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Fewer Australians concerned with cholesterol

Source: Roy Morgan Single Source, July 2009 – June 2014, average annual sample = 18,912 Australians 14+

Australians are today less concerned with their cholesterol levels and more likely to try to eat less fat and additives, the latest data from Roy Morgan Research shows.  

In the year to June 2010, more Australians (14+) agreed they were “concerned about my cholesterol level” (38.3%) than agreed that “a low fat diet is a way of life for me” (34.8%). However since then, concern for cholesterol levels has dropped over 4% points to 34.1% in the year to June 2014, while the proportion living a low fat life now sits higher at 35.0%.

During the period, the proportion of Australians who agree that they “try to buy additive free food” has grown steadily from 45.6% to 48.4%.

Australians’ changing health attitudes

Source: Roy Morgan Single Source, July 2009 – June 2014, average annual sample = 18,912 Australians 14+

Men trail women when it comes to trying to reduce intake of fat and additives, so it’s perhaps no surprise they are more likely to be concerned about their cholesterol levels.

In the year to June 2014, well over half of women said they try to buy additive free food (55.3%)—14% points clear of men (41.3%). 38.9% of ladies live a low fat life, compared with just 31.0% of gentlemen.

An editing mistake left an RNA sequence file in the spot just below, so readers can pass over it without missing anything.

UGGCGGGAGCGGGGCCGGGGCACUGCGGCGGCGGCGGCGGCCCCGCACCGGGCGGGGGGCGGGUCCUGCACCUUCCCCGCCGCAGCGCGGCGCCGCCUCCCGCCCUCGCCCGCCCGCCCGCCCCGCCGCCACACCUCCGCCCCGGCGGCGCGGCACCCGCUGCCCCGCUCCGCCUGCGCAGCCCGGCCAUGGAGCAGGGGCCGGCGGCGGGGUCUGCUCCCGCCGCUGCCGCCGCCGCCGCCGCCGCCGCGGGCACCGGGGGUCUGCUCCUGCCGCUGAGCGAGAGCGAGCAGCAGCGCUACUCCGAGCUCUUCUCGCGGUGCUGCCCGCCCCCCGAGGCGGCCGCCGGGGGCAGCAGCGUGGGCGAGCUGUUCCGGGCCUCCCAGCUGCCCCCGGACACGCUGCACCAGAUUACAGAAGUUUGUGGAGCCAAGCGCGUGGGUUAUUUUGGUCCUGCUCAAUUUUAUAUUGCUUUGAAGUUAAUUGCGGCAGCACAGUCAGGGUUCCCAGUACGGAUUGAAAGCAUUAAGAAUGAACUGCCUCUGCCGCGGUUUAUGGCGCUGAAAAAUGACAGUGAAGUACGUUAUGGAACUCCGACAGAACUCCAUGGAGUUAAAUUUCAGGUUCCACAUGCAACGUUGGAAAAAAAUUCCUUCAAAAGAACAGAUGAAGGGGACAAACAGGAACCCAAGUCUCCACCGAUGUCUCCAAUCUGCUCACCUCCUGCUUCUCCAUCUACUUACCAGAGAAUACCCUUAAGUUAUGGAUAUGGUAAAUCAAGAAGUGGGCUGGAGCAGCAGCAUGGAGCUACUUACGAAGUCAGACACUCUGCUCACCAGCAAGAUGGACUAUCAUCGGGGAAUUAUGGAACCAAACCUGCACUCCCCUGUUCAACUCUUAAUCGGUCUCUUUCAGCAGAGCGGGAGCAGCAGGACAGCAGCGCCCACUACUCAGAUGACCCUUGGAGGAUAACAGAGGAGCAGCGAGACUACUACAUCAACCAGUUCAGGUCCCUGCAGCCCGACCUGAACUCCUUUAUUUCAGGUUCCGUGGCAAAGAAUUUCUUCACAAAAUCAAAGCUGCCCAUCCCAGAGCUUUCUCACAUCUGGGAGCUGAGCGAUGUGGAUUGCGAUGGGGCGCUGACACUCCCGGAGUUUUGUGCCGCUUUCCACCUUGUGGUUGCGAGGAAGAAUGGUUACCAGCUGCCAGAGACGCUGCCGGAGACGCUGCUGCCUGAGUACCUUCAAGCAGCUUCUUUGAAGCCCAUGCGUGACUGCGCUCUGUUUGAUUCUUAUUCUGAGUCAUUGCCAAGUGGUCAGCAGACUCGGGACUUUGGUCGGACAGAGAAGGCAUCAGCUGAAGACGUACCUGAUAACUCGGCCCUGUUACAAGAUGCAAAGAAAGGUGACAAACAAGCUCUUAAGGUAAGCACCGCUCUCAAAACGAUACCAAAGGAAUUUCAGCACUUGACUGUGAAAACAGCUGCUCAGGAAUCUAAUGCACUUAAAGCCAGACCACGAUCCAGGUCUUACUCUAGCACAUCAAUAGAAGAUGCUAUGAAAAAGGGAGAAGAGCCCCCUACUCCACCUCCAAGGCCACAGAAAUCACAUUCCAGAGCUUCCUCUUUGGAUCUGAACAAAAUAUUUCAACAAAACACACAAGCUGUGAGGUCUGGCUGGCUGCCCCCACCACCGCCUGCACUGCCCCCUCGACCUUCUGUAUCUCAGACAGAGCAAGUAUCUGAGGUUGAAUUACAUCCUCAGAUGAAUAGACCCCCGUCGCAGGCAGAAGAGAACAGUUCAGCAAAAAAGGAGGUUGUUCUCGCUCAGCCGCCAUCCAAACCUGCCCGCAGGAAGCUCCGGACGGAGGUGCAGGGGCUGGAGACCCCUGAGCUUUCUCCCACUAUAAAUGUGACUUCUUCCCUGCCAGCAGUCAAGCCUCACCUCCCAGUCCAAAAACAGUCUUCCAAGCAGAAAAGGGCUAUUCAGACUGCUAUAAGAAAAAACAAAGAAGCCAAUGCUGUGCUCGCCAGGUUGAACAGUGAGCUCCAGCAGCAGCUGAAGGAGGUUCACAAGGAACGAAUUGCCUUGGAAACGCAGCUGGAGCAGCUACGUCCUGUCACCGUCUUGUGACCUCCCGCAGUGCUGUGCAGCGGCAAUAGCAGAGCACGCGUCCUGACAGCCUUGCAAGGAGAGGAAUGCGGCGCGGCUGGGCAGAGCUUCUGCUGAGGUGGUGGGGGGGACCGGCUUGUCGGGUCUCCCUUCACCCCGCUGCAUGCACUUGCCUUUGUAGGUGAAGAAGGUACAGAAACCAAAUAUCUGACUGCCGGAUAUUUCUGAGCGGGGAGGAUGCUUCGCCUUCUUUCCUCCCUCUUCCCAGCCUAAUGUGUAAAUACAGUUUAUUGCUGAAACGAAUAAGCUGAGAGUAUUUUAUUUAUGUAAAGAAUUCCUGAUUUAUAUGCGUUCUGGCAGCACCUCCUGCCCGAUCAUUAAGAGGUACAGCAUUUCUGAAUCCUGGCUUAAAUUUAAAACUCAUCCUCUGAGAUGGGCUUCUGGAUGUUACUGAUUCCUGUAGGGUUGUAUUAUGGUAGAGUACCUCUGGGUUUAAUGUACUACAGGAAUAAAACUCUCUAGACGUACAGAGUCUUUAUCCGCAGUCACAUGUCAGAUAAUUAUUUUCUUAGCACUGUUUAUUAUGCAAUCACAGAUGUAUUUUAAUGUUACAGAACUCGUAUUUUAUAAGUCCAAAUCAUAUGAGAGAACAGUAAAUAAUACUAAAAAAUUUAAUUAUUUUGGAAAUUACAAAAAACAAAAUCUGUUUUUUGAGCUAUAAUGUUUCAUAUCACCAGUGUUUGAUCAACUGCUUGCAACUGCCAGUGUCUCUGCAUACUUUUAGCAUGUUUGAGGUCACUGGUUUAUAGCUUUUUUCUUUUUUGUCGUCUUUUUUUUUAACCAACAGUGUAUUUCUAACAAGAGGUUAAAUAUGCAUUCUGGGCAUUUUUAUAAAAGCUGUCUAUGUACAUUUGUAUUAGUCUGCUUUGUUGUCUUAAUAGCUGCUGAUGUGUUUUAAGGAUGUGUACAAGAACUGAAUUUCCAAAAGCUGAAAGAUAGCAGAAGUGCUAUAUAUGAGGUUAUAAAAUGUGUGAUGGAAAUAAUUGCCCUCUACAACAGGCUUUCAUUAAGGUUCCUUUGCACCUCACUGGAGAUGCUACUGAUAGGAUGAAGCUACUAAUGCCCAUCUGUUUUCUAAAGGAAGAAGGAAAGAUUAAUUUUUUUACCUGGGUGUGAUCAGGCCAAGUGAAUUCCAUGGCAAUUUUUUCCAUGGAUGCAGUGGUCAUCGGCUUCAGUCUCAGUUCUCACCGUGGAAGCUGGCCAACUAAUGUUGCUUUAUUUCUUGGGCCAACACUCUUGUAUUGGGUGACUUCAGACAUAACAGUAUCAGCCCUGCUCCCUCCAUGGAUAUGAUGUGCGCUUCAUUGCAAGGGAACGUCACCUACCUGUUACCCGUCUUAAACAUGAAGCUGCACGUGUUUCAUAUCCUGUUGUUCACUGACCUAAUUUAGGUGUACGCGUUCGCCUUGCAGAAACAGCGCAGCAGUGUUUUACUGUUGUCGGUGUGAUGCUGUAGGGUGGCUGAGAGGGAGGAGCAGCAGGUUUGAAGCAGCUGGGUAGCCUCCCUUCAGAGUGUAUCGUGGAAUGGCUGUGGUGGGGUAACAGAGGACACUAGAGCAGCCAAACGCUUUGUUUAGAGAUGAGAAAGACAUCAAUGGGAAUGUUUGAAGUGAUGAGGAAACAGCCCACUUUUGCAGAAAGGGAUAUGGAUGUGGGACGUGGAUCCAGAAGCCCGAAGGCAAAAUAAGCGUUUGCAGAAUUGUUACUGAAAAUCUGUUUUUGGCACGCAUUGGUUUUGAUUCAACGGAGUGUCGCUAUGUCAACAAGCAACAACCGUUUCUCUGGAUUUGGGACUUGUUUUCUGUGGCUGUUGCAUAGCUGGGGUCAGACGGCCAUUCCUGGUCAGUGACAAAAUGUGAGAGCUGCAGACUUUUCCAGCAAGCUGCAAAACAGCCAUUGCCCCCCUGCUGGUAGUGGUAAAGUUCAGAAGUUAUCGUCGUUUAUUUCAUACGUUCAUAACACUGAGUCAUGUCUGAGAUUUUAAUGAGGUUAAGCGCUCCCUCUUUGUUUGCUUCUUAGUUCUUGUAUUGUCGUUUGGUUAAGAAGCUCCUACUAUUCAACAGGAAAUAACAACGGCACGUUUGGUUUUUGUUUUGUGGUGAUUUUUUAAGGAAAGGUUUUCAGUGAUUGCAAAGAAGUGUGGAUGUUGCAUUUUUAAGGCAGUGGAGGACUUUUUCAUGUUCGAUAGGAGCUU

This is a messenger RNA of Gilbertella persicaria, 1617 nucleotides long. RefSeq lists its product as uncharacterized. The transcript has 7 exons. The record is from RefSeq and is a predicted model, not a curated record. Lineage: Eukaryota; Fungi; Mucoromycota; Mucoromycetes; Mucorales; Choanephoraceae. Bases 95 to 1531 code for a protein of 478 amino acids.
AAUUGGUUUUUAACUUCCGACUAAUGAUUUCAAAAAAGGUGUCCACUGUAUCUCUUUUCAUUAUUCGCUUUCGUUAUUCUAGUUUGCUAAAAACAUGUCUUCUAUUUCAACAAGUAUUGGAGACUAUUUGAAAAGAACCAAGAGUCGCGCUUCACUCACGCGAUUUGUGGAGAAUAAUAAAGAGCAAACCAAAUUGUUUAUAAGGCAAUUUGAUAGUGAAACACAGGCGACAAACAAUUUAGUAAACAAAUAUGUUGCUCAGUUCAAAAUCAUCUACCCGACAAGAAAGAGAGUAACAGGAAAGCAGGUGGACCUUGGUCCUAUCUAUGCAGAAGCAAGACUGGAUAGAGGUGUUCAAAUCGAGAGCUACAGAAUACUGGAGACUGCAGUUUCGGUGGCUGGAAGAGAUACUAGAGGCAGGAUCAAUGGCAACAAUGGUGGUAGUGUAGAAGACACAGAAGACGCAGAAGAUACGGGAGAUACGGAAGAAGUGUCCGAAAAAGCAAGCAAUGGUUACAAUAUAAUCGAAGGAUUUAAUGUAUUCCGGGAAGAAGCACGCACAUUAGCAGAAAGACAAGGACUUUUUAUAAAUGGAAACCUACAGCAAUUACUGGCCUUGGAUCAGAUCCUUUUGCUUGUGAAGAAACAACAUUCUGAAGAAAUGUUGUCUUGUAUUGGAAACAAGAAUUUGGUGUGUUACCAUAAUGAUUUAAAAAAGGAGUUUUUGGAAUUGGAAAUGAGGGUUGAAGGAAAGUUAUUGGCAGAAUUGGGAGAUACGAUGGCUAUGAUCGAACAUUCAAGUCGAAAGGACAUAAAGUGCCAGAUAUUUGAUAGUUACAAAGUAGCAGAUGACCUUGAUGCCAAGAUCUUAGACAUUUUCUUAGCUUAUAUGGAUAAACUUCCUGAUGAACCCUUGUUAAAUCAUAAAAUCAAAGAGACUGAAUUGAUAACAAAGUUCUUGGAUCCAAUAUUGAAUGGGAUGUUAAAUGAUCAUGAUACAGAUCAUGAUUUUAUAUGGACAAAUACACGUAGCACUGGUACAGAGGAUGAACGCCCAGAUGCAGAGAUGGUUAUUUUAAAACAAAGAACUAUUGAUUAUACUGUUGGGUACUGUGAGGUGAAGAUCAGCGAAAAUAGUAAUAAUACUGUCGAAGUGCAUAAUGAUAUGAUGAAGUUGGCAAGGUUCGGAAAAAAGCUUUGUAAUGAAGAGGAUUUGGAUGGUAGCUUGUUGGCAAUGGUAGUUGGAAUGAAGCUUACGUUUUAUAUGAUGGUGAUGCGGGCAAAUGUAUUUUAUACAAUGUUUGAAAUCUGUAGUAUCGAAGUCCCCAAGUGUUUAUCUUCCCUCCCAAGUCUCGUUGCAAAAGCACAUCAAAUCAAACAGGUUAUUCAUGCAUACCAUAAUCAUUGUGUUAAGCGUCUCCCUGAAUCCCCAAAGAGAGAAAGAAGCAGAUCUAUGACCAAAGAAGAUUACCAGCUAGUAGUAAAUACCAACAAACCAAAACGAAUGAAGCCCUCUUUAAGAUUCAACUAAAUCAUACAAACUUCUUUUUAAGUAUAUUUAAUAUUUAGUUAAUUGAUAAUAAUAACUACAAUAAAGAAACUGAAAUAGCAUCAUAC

The outcome? Aussie men are over 17% more likely than women to be concerned about their cholesterol levels, with 36.8% agreeing compared with 31.4% of women.

Norman Morris, Industry Communications Director, Roy Morgan Research, says:

“Australians are clearly becoming more mindful of what they put in their mouths, with an increasing number choosing to avoid foods with excessive fat content or additives.   

“We would therefore hope that the decreasing national concern with cholesterol is indeed a consequence of such dietary changes rather than a tendency toward apathy.  

“Over the past five years alone, Roy Morgan Research’s Single Source survey has collected the personal attitudes of almost 100,000 Australians aged 14+ about everything from governmental policy to shopping preferences, eating habits, finance, travel, health, technology, and advertising. 

“Whether trended over time or broken down into demographic segments, these attitudes can provide businesses with valuable insights into the core beliefs that drive behaviour.”

For comments or more information please contact:

Norman Morris, Industry Communications Director
Office:   +61 (3) 9224 5172
Mobile: +61 402 014 474

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About Roy Morgan Research

Roy Morgan Research is the largest independent Australian research company, with offices in each state of Australia, as well as in New Zealand, the United States and the United Kingdom. A full service research organisation specialising in omnibus and syndicated data, Roy Morgan Research has over 70 years’ experience in collecting objective, independent information on consumers.

Margin of Error

The margin of error to be allowed for in any estimate depends mainly on the number of interviews on which it is based. Margin of error gives indications of the likely range within which estimates would be 95% likely to fall, expressed as the number of percentage points above or below the actual estimate. Allowance for design effects (such as stratification and weighting) should be made as appropriate.

Sample Size

Percentage Estimate



25% or 75%

10% or 90%

5% or 95%